14 AUGUST 1880, Page 3

The railway accidents are beginning in terrible force. On Tues-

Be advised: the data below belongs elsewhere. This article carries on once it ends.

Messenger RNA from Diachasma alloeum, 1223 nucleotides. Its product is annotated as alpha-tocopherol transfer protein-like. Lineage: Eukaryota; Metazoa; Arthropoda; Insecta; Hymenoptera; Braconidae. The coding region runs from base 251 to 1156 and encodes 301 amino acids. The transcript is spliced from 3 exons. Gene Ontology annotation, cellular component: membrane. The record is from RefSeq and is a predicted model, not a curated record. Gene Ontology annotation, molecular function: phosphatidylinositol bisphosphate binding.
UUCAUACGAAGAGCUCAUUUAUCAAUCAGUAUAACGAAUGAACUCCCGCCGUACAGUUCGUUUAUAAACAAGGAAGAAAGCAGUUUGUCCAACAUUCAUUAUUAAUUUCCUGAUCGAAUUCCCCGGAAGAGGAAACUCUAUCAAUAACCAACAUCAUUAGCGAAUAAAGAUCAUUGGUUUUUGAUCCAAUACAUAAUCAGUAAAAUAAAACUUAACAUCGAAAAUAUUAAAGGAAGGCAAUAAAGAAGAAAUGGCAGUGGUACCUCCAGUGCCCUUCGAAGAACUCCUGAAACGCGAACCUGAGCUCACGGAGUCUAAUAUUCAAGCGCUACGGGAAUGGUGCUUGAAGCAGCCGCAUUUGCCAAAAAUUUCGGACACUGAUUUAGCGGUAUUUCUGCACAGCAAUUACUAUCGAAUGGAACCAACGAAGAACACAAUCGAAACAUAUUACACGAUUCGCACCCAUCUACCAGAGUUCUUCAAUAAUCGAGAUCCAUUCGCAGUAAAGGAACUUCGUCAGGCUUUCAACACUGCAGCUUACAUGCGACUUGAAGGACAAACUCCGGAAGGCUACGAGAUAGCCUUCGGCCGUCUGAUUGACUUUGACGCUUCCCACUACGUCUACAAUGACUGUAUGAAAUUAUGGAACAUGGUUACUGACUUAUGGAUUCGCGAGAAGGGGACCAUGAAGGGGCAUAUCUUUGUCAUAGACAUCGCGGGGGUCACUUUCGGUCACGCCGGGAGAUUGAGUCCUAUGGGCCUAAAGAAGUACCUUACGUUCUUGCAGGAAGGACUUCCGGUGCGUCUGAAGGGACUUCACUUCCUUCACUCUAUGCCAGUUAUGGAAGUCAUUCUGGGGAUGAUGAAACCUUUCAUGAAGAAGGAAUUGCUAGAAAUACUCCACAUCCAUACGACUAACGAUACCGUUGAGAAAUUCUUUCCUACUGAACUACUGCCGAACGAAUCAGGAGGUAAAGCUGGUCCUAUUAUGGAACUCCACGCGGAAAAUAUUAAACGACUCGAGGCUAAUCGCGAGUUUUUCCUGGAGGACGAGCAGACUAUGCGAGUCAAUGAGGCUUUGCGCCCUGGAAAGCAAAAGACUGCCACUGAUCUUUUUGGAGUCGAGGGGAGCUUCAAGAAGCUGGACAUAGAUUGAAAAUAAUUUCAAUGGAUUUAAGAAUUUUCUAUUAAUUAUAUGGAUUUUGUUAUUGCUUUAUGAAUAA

day the " Flying Scotchman," coming south, became a wreck within three miles of Berwick,—from causes not yet explained, but probably due to coming round a sharp curve at too great speed, to make up for late starting,—with a loss of three lives. On Wednesday there was a fearful accident on the Midland line, near Lancaster, which caused the loss of seven lives, due, per- haps, to the inadequate fitting of points at a junction, and the great speed at which the train came up to the points. Else- where we have read an account of what would have been a very bad accident, but for the presence of mind of two gentlemen, who, seeing that the permanent way had been swept from beneath the rails, ran one in one direction and one in the other, to atop the approaching trains. The heavy rain has caused great injuries to some of the permanent ways, and the rapid travelling due to the frequency of late starts is, at this time of the year, a very great cause of danger. The Railway Companies should remember that they may easily lose in a single accident far more than the profits of a successful excursion can replace.